Red ink spoiled an otherwise positive 2019 for he Eurekahedge Hedge Fund Index. The decline of 0.71% leaves the year-to-date performance still well up, at +4.32%. Approximately 41.6% of the funds Eurekahedge tracks were in the black for the month. And 15% have generated double-digit gains year-to-date.
North America-mandated hedge funds slid down 1.22% in May. Eurekahedge attributes this to the fall-off in the region’s equity markets because of the collapse of US/China trade talks. The S&P 500, for example, began May at 2932.47 and ended it at 2744.54.
All the geographical mandates were down in May. North America’s performance was the worst, followed by Europe’s. The least bad results came from Japan.
Commodities and Macro
Also, May was a month of sharp declines in oil prices, largely due to the rise of US shale oil and gas. As a JPMorgan energy analyst said in the second half of the month, “It is hard to make a case why oil prices materially move up from here.” Given that sort of bearishness, it is unsurprising that, as Eurekahedge says, “fund managers with long exposure to the energy sector suffered losses.”
Exposure to precious metals on the long side turned out to be a good thing in May. Gold served its customary role as a haven for investors spooked by volatility elsewhere.
Despite the run-up in precious metals, managed futures as a strategy was down 2.2% for the month. The worst-performing strategy was long/short equity, at -10.6%, followed by multi-strategy. The least poor performance was relative value arb, which was actually in the black at 0.6%.
Macro strategies, which had negative performance in May, stayed very close to even in total assets under management because of their positive flow.
Asset-Weighted and Volatility
The asset-weighted Mizuho-Eurekahedge Index-USD tells the same story as above, although of course the specific numbers differ. Mizuho declined 1.33% in May. Most of its geographical sub-indexes were down in May, with the Asia-Pacific index faring the worst.
The CBOE Eurekahedge Volatility Indexes consist of four equally weighted vol indexes—long vol, short vol, relative value and tail risk. They are designed to track the results of the respective vol-based strategies.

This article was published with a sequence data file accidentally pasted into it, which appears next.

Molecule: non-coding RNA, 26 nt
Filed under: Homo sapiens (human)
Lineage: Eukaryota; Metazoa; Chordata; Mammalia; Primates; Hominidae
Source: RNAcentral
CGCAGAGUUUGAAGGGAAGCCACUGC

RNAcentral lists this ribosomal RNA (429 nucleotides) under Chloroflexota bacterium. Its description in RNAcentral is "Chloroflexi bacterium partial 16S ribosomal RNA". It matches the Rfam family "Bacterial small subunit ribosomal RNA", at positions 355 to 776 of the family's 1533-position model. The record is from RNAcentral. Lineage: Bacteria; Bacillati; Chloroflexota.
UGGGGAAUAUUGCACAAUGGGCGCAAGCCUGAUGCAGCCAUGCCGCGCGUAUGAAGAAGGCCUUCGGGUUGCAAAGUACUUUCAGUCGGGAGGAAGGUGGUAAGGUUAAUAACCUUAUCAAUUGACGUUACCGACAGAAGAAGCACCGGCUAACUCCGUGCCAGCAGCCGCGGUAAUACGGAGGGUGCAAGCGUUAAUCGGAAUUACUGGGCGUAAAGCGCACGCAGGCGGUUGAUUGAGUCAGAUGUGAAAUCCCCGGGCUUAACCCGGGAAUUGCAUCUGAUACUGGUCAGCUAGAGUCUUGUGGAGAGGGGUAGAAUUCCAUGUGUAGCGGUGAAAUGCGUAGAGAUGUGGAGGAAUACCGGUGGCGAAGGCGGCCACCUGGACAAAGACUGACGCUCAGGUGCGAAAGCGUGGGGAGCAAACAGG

Long vol, which had performed poorly in volatility-muted April (down 2.32%) made a comeback in May (up 2.07%). Short vol, then, which had done well in April (up 1.23%) fell off in May (still positive but very nearly flat).
Hedge fund managers using tail risk vol strategies took a big hit in May. On a year-to-date basis, tail risk volatility and long volatility hedge fund managers are in the red ink by 8.95% and 5.54%, respectively.
A word about insurance-linked securities (ILS). The Eurekahedge ILS Advisers Index slumped 0.84% in May, which brought its 2019 year-to-date loss to 1.10%. Investor interest in this strategy remains robust, though. Through the nearly two and a half years since the start of 2017, the estimated total allocations into this hedge fund space come to $18.9 billion.
Funds of Hedge Funds
This month’s report includes a discussion of recent trends in the fund of hedge funds space. Funds of Hedge Funds assets under management peaked in 2007. The number of such funds peaked the following year. During the years since the global financial crisis, there has been a steady though for the most part a slow decline in the size of this category by either metric.
In 2018 there were 44 launches of such entities but 179 closures, making 2018 “the eighth consecutive year of population decline,” according to Eurekahedge. Demand for funds of hedge funds remains anemic. Investors by and large want direct exposure to single-manager funds, and only one layer of fees. Another point weighing down demand is illiquidity/redemption periods, although managers have been bringing the average redemption period down in recent years.
In 2019 year-to-date the pattern of depopulation is the same as it has been: only five launches thus far, but 40 closures.